Given that Skill Number Two is "moving closer to experience" and that Skill Number Two arises from Skill Number One, which is "calming the heart and mind," folks can be confused as to why we would want to move farther from experience. Shouldn’t we simply continue to move closer to experience, so that we can understand its true nature (Skill Number Four)? Well, yes and no. Let me explain:
In our practice and life, we want to be with our experience. This means we are present for it. Not repressing or suppressing it, nor are we lost in it and indentified with it. We’re somewhere in the middle. We’re experiencing it for sure, but we know its present. There is something that is knowing the experience that is not of the experience. This is what we mean by being with experience.
Sometimes an experience (of body or heart/mind) will arise that we can’t be with. For whatever reason, the experience is too difficult for us. We’re not able to fully know it, and either push it away or become overwhelmed and identified with it. Being identified with an experience means we think it is us, belongs to us and is who we are. We literally become overtaken by the experience. This can occur when experiences mimic or remind us of very difficult events in our lives, especially events that we have not totally assimilated or understood fully. Examples of this include, relational events with friends or partners that remind us of past relational difficulties, circumstances that remind us of past events when our safety was at risk, such as automobile accidents or physical or sexual abuse, and anxiety or fear that is arising in the moment that is similar to past events of anxiety and fear that have overwhelmed us.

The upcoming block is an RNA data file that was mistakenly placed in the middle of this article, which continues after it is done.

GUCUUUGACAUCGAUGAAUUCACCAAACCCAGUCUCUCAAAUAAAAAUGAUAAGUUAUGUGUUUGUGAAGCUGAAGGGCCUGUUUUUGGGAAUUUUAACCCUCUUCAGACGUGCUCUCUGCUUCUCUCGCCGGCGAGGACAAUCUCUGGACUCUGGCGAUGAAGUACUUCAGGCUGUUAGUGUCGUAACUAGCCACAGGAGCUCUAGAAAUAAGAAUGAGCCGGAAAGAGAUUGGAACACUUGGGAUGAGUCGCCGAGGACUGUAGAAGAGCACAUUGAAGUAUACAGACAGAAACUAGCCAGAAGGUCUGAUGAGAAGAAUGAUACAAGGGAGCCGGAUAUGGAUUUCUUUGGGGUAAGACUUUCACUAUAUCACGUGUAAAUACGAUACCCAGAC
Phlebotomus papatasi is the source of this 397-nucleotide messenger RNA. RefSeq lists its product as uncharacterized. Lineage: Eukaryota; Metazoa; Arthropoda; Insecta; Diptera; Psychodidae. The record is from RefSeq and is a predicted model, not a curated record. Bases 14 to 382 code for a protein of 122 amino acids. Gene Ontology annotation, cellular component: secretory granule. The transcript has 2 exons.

When this is the case, we don’t want to move closer to this experience. It would only overwhelm us, causing us to not be able to be with it, and create suffering for ourselves and possibly others. We want to temporarily move away from the experience at times like these. Yet, we need the tools to be able to do this. The following list of resources begins with the most subtle interventions and progresses to ones that are more drastic. These can be used during formal practice or everyday life:
Becoming aware of your body and keeping the attention on some part of the body that is grounded, like the feet touching the floor. This takes the attention away from thoughts, which is where we usually have the most difficulty, and brings it into a somatic relationship with the body.
While being embodied, paying attention to the breath. Especially the sympathetic (calming) response to the out-breath.
Remembering the common human condition of suffering. Remembering that you are not the only one that feels such things can take the attention off of YOU and YOUR suffering, which can create some space from the difficult thoughts and emotions.
Going out into nature and letting it help hold what you are experiencing.
Moving the body. Going for a brisk walk, bike ride or run. Out of the head and into the body. Moving the body vigorously can give us the message that we are not powerless or a victim and increase a sense of well being.
Reaching out to a friend for support.
Changing the channel. Literally giving the mind something else to pay attention to, like reading or watching something that you are interested and will hold your attention. Once while I was overwhelmed with experience on a retreat, I called my teacher for support and she told me to watch a movie!! I was expecting some detailed description about increasing Samadhi or something like that, but really, that was the best thing.
We want to learn when to move away from experience (when we can’t be with it and are starting to be overwhelmed by and identified with it) and have to tools so that we are actually able to do that. This is not failure or giving up. Our culture can give us the message that to stop trying is giving up, and for whimps. Temporarily moving away from experience when it is necessary is actually good practice. It is a kind thing to do for ourselves, and is onward leading. Meaning it furthers our path to freedom from suffering. It’s a skill that we all need to learn and will need to employ at one time or another.